YAN KANG, The Linsly School, Wheeling, WV, 26003. Ovipositing Seventeen-Year Cicadas (Magicicada septendecim) prefer certain tree species, branch diameters and branch surface positions in a planted campus savanna habitat.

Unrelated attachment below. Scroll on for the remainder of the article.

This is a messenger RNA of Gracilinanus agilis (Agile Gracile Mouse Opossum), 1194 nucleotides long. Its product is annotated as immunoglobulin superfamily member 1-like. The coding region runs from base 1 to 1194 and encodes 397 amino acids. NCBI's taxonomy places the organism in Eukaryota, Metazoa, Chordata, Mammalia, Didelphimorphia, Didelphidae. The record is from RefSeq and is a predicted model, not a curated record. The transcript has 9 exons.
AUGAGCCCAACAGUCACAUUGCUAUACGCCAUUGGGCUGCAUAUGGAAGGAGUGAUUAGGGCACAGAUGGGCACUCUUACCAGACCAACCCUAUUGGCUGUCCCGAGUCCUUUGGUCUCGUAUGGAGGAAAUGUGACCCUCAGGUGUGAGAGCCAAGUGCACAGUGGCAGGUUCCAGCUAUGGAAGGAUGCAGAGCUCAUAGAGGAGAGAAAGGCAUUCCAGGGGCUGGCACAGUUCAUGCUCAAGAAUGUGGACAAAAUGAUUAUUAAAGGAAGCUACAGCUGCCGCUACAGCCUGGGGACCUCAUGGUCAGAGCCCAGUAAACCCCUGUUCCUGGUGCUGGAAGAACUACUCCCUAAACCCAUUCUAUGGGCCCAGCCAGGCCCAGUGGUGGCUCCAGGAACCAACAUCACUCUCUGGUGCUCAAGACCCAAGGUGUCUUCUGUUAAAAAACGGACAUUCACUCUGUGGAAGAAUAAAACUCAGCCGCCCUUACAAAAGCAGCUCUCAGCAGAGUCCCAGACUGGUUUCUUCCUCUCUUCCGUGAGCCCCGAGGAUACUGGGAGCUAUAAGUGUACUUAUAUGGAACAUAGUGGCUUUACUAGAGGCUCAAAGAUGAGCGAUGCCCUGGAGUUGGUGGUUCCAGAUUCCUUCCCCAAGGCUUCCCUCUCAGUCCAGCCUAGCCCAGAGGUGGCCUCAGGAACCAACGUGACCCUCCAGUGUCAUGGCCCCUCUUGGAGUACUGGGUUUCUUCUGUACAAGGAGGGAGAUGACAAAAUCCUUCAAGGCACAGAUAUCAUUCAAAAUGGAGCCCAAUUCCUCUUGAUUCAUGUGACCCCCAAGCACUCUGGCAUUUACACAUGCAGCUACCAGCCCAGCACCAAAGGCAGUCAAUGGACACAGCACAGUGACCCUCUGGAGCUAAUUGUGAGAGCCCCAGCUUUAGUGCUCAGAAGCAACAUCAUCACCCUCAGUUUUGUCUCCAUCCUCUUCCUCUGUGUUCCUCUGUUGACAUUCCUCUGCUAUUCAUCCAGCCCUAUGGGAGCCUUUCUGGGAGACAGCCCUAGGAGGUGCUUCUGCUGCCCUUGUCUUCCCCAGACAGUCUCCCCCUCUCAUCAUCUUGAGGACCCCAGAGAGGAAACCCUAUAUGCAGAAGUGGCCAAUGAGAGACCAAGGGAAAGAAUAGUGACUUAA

Previous research shows seventeen-year periodical cicadas feed on tree roots as nymphs and adult females oviposit on branches resulting in scars. Most studies evaluating periodical cicada oviposition preferences were conducted in mature forests sites. In this study oviposition preferences were evaluated on a planted savanna habitat at the Linsly campus. While nymphs feed underground on roots of a variety of tree species, where do females oviposit on above-ground branches? Initial observations suggested oviposition scar distribution was not random. This study’s objective was to evaluate periodical cicada oviposition preferences regarding tree species, branch diameter and branch aspect in a savanna landscape that included non-native trees. During the fall of 2018 eight trees representing eight species were chosen and for each tree five branches within 3m of the ground were studied as replicates. Within 100 cm standard sampling lengths of the branch, total oviposition scarring length, average ovipositon scar length, diameter of branch at the scar, and scar aspect were measured. Ovipositing cicadas showed some species preferences, but used angiosperm species such as the Japanese Scholar Tree, Black Oak, Silver Maple and Red Mulberry heavily regardless of their native or non-native status. White Pine was not used at all. Periodical cicadas favored branches 0.7 to 0.35 cm in diameter. Most tree branches had oviposition scars on bottom surfaces, but some heavily utilized trees had scars on the top and the side, suggesting competition for preferred lower spaces during egg-laying. These patterns suggest females may be selecting oviposition sites to maximize egg survival.
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